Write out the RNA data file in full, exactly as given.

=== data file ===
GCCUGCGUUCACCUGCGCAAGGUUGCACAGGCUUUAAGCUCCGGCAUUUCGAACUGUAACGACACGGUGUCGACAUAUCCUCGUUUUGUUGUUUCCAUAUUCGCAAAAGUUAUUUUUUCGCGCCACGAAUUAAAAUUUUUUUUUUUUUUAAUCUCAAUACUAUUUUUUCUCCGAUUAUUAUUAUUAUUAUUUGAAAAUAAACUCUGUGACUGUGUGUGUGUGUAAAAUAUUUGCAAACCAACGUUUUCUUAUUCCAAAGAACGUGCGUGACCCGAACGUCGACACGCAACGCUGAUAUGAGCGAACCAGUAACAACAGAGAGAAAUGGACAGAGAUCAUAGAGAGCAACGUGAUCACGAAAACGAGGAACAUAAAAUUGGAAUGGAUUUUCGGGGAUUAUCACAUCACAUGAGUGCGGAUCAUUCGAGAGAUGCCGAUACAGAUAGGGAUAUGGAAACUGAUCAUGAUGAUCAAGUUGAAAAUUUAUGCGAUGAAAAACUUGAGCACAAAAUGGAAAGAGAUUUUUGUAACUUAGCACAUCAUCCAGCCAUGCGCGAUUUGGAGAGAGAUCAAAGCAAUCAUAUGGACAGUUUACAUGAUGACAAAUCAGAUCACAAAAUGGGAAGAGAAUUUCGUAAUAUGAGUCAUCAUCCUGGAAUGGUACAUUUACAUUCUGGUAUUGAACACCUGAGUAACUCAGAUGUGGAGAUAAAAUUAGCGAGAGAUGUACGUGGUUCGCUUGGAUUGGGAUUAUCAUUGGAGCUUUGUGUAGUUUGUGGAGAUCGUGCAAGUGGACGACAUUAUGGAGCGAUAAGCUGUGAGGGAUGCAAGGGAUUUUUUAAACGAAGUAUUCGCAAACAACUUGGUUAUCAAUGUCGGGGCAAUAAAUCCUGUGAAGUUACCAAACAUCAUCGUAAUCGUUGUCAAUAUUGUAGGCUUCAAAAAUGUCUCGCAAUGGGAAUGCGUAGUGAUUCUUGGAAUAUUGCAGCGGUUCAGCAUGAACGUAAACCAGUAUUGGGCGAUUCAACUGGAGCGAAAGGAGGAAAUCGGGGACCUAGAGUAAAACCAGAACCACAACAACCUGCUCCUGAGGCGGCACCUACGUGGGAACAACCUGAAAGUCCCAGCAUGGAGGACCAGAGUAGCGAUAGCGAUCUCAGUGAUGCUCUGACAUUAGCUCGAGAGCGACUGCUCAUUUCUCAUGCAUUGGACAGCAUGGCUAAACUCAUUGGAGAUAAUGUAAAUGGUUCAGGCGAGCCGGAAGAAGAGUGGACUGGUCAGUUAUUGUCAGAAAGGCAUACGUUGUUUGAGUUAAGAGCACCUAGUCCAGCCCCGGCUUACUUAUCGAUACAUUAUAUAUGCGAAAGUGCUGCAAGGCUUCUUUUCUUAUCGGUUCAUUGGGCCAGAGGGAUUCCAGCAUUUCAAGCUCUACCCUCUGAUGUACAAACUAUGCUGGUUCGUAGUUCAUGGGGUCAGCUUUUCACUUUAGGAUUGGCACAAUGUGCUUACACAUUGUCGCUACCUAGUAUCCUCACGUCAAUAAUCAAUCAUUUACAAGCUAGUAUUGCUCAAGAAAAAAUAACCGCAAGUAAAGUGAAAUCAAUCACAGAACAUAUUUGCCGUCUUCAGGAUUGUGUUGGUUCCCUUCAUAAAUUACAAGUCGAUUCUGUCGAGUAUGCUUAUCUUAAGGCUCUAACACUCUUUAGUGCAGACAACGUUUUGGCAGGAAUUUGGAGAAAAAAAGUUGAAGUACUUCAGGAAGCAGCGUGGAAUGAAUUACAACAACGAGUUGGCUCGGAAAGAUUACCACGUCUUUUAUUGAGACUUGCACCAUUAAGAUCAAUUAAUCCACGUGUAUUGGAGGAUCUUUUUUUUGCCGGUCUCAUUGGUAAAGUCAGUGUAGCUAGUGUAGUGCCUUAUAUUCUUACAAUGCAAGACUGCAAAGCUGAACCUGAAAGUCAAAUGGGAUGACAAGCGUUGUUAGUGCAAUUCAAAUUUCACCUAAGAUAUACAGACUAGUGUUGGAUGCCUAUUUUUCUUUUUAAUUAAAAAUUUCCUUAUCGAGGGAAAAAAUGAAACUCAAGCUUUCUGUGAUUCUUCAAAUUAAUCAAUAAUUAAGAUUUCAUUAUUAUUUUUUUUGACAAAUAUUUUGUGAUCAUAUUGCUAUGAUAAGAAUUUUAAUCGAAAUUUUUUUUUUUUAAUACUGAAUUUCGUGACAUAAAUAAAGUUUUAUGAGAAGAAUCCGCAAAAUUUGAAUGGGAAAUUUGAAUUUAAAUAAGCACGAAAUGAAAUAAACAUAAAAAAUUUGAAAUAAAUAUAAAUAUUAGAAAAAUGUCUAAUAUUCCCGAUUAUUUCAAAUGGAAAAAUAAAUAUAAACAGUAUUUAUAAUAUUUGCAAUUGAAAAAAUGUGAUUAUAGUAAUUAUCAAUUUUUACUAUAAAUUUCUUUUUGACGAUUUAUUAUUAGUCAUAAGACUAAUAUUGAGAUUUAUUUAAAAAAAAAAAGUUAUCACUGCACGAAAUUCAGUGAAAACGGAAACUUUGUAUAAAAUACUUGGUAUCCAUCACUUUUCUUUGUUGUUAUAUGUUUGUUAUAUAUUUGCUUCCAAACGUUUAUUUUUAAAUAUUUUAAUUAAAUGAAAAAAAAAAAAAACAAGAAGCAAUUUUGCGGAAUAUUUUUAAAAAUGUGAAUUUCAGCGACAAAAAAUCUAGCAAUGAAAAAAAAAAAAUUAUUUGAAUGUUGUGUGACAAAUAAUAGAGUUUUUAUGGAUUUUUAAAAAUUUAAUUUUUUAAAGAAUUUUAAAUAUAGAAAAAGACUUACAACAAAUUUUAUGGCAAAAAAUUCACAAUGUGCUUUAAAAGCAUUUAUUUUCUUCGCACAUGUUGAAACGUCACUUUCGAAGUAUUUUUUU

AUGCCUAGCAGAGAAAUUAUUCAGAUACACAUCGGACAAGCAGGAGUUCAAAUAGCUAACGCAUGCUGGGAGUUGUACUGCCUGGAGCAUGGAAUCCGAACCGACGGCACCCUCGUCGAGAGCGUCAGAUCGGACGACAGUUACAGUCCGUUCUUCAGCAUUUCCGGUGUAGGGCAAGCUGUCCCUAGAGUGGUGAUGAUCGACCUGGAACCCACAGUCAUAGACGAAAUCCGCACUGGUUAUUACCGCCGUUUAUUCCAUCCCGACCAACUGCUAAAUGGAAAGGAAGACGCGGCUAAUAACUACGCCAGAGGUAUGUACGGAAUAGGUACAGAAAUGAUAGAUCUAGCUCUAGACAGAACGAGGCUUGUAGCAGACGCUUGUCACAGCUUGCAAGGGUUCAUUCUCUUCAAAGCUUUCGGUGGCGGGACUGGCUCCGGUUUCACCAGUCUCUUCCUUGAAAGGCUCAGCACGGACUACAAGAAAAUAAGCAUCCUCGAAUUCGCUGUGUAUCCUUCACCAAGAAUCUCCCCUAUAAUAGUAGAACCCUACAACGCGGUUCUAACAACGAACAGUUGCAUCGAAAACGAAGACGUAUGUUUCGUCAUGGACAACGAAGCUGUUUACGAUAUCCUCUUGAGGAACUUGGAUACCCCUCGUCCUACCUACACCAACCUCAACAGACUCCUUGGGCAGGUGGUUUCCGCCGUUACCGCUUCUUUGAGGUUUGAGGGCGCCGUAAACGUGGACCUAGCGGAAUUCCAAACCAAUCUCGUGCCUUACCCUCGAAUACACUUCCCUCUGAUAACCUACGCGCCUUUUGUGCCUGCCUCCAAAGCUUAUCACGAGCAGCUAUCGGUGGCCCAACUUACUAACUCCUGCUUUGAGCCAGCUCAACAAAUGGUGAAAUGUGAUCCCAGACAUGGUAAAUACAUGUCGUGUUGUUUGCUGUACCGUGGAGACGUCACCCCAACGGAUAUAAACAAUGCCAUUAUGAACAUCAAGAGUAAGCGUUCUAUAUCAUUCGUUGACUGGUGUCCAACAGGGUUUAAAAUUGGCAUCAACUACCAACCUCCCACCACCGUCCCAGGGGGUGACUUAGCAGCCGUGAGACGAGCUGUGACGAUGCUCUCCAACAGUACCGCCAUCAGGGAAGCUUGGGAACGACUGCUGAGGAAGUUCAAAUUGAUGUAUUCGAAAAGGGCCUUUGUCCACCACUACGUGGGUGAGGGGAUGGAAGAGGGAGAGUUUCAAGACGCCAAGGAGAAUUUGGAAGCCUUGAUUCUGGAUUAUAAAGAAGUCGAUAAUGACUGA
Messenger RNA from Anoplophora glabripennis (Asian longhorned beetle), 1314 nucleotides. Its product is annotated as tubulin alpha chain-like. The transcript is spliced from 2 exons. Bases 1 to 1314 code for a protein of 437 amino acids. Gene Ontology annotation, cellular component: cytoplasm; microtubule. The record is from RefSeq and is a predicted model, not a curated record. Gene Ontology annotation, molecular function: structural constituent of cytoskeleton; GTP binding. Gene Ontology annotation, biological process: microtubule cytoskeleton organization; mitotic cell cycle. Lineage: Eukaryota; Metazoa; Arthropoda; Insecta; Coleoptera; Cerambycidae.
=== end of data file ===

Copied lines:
GCCUGCGUUCACCUGCGCAAGGUUGCACAGGCUUUAAGCUCCGGCAUUUCGAACUGUAACGACACGGUGUCGACAUAUCCUCGUUUUGUUGUUUCCAUAUUCGCAAAAGUUAUUUUUUCGCGCCACGAAUUAAAAUUUUUUUUUUUUUUAAUCUCAAUACUAUUUUUUCUCCGAUUAUUAUUAUUAUUAUUUGAAAAUAAACUCUGUGACUGUGUGUGUGUGUAAAAUAUUUGCAAACCAACGUUUUCUUAUUCCAAAGAACGUGCGUGACCCGAACGUCGACACGCAACGCUGAUAUGAGCGAACCAGUAACAACAGAGAGAAAUGGACAGAGAUCAUAGAGAGCAACGUGAUCACGAAAACGAGGAACAUAAAAUUGGAAUGGAUUUUCGGGGAUUAUCACAUCACAUGAGUGCGGAUCAUUCGAGAGAUGCCGAUACAGAUAGGGAUAUGGAAACUGAUCAUGAUGAUCAAGUUGAAAAUUUAUGCGAUGAAAAACUUGAGCACAAAAUGGAAAGAGAUUUUUGUAACUUAGCACAUCAUCCAGCCAUGCGCGAUUUGGAGAGAGAUCAAAGCAAUCAUAUGGACAGUUUACAUGAUGACAAAUCAGAUCACAAAAUGGGAAGAGAAUUUCGUAAUAUGAGUCAUCAUCCUGGAAUGGUACAUUUACAUUCUGGUAUUGAACACCUGAGUAACUCAGAUGUGGAGAUAAAAUUAGCGAGAGAUGUACGUGGUUCGCUUGGAUUGGGAUUAUCAUUGGAGCUUUGUGUAGUUUGUGGAGAUCGUGCAAGUGGACGACAUUAUGGAGCGAUAAGCUGUGAGGGAUGCAAGGGAUUUUUUAAACGAAGUAUUCGCAAACAACUUGGUUAUCAAUGUCGGGGCAAUAAAUCCUGUGAAGUUACCAAACAUCAUCGUAAUCGUUGUCAAUAUUGUAGGCUUCAAAAAUGUCUCGCAAUGGGAAUGCGUAGUGAUUCUUGGAAUAUUGCAGCGGUUCAGCAUGAACGUAAACCAGUAUUGGGCGAUUCAACUGGAGCGAAAGGAGGAAAUCGGGGACCUAGAGUAAAACCAGAACCACAACAACCUGCUCCUGAGGCGGCACCUACGUGGGAACAACCUGAAAGUCCCAGCAUGGAGGACCAGAGUAGCGAUAGCGAUCUCAGUGAUGCUCUGACAUUAGCUCGAGAGCGACUGCUCAUUUCUCAUGCAUUGGACAGCAUGGCUAAACUCAUUGGAGAUAAUGUAAAUGGUUCAGGCGAGCCGGAAGAAGAGUGGACUGGUCAGUUAUUGUCAGAAAGGCAUACGUUGUUUGAGUUAAGAGCACCUAGUCCAGCCCCGGCUUACUUAUCGAUACAUUAUAUAUGCGAAAGUGCUGCAAGGCUUCUUUUCUUAUCGGUUCAUUGGGCCAGAGGGAUUCCAGCAUUUCAAGCUCUACCCUCUGAUGUACAAACUAUGCUGGUUCGUAGUUCAUGGGGUCAGCUUUUCACUUUAGGAUUGGCACAAUGUGCUUACACAUUGUCGCUACCUAGUAUCCUCACGUCAAUAAUCAAUCAUUUACAAGCUAGUAUUGCUCAAGAAAAAAUAACCGCAAGUAAAGUGAAAUCAAUCACAGAACAUAUUUGCCGUCUUCAGGAUUGUGUUGGUUCCCUUCAUAAAUUACAAGUCGAUUCUGUCGAGUAUGCUUAUCUUAAGGCUCUAACACUCUUUAGUGCAGACAACGUUUUGGCAGGAAUUUGGAGAAAAAAAGUUGAAGUACUUCAGGAAGCAGCGUGGAAUGAAUUACAACAACGAGUUGGCUCGGAAAGAUUACCACGUCUUUUAUUGAGACUUGCACCAUUAAGAUCAAUUAAUCCACGUGUAUUGGAGGAUCUUUUUUUUGCCGGUCUCAUUGGUAAAGUCAGUGUAGCUAGUGUAGUGCCUUAUAUUCUUACAAUGCAAGACUGCAAAGCUGAACCUGAAAGUCAAAUGGGAUGACAAGCGUUGUUAGUGCAAUUCAAAUUUCACCUAAGAUAUACAGACUAGUGUUGGAUGCCUAUUUUUCUUUUUAAUUAAAAAUUUCCUUAUCGAGGGAAAAAAUGAAACUCAAGCUUUCUGUGAUUCUUCAAAUUAAUCAAUAAUUAAGAUUUCAUUAUUAUUUUUUUUGACAAAUAUUUUGUGAUCAUAUUGCUAUGAUAAGAAUUUUAAUCGAAAUUUUUUUUUUUUAAUACUGAAUUUCGUGACAUAAAUAAAGUUUUAUGAGAAGAAUCCGCAAAAUUUGAAUGGGAAAUUUGAAUUUAAAUAAGCACGAAAUGAAAUAAACAUAAAAAAUUUGAAAUAAAUAUAAAUAUUAGAAAAAUGUCUAAUAUUCCCGAUUAUUUCAAAUGGAAAAAUAAAUAUAAACAGUAUUUAUAAUAUUUGCAAUUGAAAAAAUGUGAUUAUAGUAAUUAUCAAUUUUUACUAUAAAUUUCUUUUUGACGAUUUAUUAUUAGUCAUAAGACUAAUAUUGAGAUUUAUUUAAAAAAAAAAAGUUAUCACUGCACGAAAUUCAGUGAAAACGGAAACUUUGUAUAAAAUACUUGGUAUCCAUCACUUUUCUUUGUUGUUAUAUGUUUGUUAUAUAUUUGCUUCCAAACGUUUAUUUUUAAAUAUUUUAAUUAAAUGAAAAAAAAAAAAAACAAGAAGCAAUUUUGCGGAAUAUUUUUAAAAAUGUGAAUUUCAGCGACAAAAAAUCUAGCAAUGAAAAAAAAAAAAUUAUUUGAAUGUUGUGUGACAAAUAAUAGAGUUUUUAUGGAUUUUUAAAAAUUUAAUUUUUUAAAGAAUUUUAAAUAUAGAAAAAGACUUACAACAAAUUUUAUGGCAAAAAAUUCACAAUGUGCUUUAAAAGCAUUUAUUUUCUUCGCACAUGUUGAAACGUCACUUUCGAAGUAUUUUUUU

AUGCCUAGCAGAGAAAUUAUUCAGAUACACAUCGGACAAGCAGGAGUUCAAAUAGCUAACGCAUGCUGGGAGUUGUACUGCCUGGAGCAUGGAAUCCGAACCGACGGCACCCUCGUCGAGAGCGUCAGAUCGGACGACAGUUACAGUCCGUUCUUCAGCAUUUCCGGUGUAGGGCAAGCUGUCCCUAGAGUGGUGAUGAUCGACCUGGAACCCACAGUCAUAGACGAAAUCCGCACUGGUUAUUACCGCCGUUUAUUCCAUCCCGACCAACUGCUAAAUGGAAAGGAAGACGCGGCUAAUAACUACGCCAGAGGUAUGUACGGAAUAGGUACAGAAAUGAUAGAUCUAGCUCUAGACAGAACGAGGCUUGUAGCAGACGCUUGUCACAGCUUGCAAGGGUUCAUUCUCUUCAAAGCUUUCGGUGGCGGGACUGGCUCCGGUUUCACCAGUCUCUUCCUUGAAAGGCUCAGCACGGACUACAAGAAAAUAAGCAUCCUCGAAUUCGCUGUGUAUCCUUCACCAAGAAUCUCCCCUAUAAUAGUAGAACCCUACAACGCGGUUCUAACAACGAACAGUUGCAUCGAAAACGAAGACGUAUGUUUCGUCAUGGACAACGAAGCUGUUUACGAUAUCCUCUUGAGGAACUUGGAUACCCCUCGUCCUACCUACACCAACCUCAACAGACUCCUUGGGCAGGUGGUUUCCGCCGUUACCGCUUCUUUGAGGUUUGAGGGCGCCGUAAACGUGGACCUAGCGGAAUUCCAAACCAAUCUCGUGCCUUACCCUCGAAUACACUUCCCUCUGAUAACCUACGCGCCUUUUGUGCCUGCCUCCAAAGCUUAUCACGAGCAGCUAUCGGUGGCCCAACUUACUAACUCCUGCUUUGAGCCAGCUCAACAAAUGGUGAAAUGUGAUCCCAGACAUGGUAAAUACAUGUCGUGUUGUUUGCUGUACCGUGGAGACGUCACCCCAACGGAUAUAAACAAUGCCAUUAUGAACAUCAAGAGUAAGCGUUCUAUAUCAUUCGUUGACUGGUGUCCAACAGGGUUUAAAAUUGGCAUCAACUACCAACCUCCCACCACCGUCCCAGGGGGUGACUUAGCAGCCGUGAGACGAGCUGUGACGAUGCUCUCCAACAGUACCGCCAUCAGGGAAGCUUGGGAACGACUGCUGAGGAAGUUCAAAUUGAUGUAUUCGAAAAGGGCCUUUGUCCACCACUACGUGGGUGAGGGGAUGGAAGAGGGAGAGUUUCAAGACGCCAAGGAGAAUUUGGAAGCCUUGAUUCUGGAUUAUAAAGAAGUCGAUAAUGACUGA
Messenger RNA from Anoplophora glabripennis (Asian longhorned beetle), 1314 nucleotides. Its product is annotated as tubulin alpha chain-like. The transcript is spliced from 2 exons. Bases 1 to 1314 code for a protein of 437 amino acids. Gene Ontology annotation, cellular component: cytoplasm; microtubule. The record is from RefSeq and is a predicted model, not a curated record. Gene Ontology annotation, molecular function: structural constituent of cytoskeleton; GTP binding. Gene Ontology annotation, biological process: microtubule cytoskeleton organization; mitotic cell cycle. Lineage: Eukaryota; Metazoa; Arthropoda; Insecta; Coleoptera; Cerambycidae.